You have to love how technology endlessly progresses. You might not like the latest gear but it always – always – makes previous generation stuff cheaper. And nowhere is this more true than with smartphones. At time of writing, there were dozens of cheap Android smartphones running version 2.1 or newer selling for under $100, phones that have been long superseded by faster models with newer operating systems and bigger screens. But we’ve also reached that point where many people are onto their second or third contract smartphone and while family members will typically snatch up hand-me-downs, we’ll soon get to the point where we have smartphones gathering dust propping up shelves.
Wireless file server
But if you think about it, a smartphone is just an ultra compact computer with a wireless connection and internal storage. This will sound like a crazy idea but why not use it as a wireless server? Sure, the MicroSD card won’t give you a truckload of storage but it has almost everything you need to turn it into what I’d call a “wireless micro server”. The only thing missing is two freeware apps from the Google Play – ES File Explorer and Samba Filesharing. ES File Explorer is a great file manager with built-in network client search and access, while Samba Filesharing does the job of making available your phone’s storage to clients on the network.
Using the phone’s Wi-Fi connection, you’ll be able to see the phone’s entire flash card storage on any client system on your home network. Samba supports a username and password system so you get protection, along with the fact that your phone will support WPA data protection as well.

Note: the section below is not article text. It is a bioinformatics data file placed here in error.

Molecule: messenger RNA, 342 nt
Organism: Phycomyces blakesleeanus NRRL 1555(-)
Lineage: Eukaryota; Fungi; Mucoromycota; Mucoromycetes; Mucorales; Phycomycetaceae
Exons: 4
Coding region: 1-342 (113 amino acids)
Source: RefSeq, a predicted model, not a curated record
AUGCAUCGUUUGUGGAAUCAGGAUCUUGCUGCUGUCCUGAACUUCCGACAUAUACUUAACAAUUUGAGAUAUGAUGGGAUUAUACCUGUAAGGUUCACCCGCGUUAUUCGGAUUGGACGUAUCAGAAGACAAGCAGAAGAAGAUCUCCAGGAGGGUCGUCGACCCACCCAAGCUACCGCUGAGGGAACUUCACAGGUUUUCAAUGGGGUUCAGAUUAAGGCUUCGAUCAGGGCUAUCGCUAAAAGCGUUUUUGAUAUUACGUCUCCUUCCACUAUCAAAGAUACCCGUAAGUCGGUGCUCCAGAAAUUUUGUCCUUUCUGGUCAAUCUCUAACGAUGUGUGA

With electricity prices soaring, I’ve been looking for ways to cut power consumption and while it might seem a stupid idea, smartphones make sense on a number of fronts:
- Enough speed to serve DVD-resolution video files over a wireless network
- built-in two-hour-minimum battery backup in event of a blackout
- power consumption of as little as 2.5-watts
The lack of USB port obviously reduces storage options to whatever capacity the phone can support in MicroSD cards so it’s clearly not a solution for everyone. But if you’re starting to gather a small collection of Android smartphones, here’s one seriously geeky way you can make them do something pretty useful.
STEP-BY-STEP: Turn your smartphone into a wireless server
STEP 1: Head to Google Play and install Samba Filesharing. It’s available free.
STEP 2: Turn your phone’s Wi-Fi connection on and launch the app. Press the Menu button, click on Password and type in the password clients will need to access your “server” storage. Do the same with Username. Write them down – you’ll need them shortly. You shouldn’t need to change the Workgroup name (check that it’s “WORKGROUP”) but change the NetBIOS Name entry to whatever you want people to see when they look in Network under Windows Explorer (“AndroidServer” is as good as anything else).
STEP 3: Go to your Windows PC, start up Windows Explorer, click on Network and you should see your smartphone appear on the Computer list. Double-click on it and you’ll be asked to type in a username and password. These are the ones you created in Step 1. Press the OK button and you should see your phone’s SD card appear as a shared folder. Double-click on it and you’ll be able to peruse it. If you have media files on the card, double-click on it. If it begins playing in your Windows PC, congrats – you’ve just built yourself a microserver out of your smartphone.
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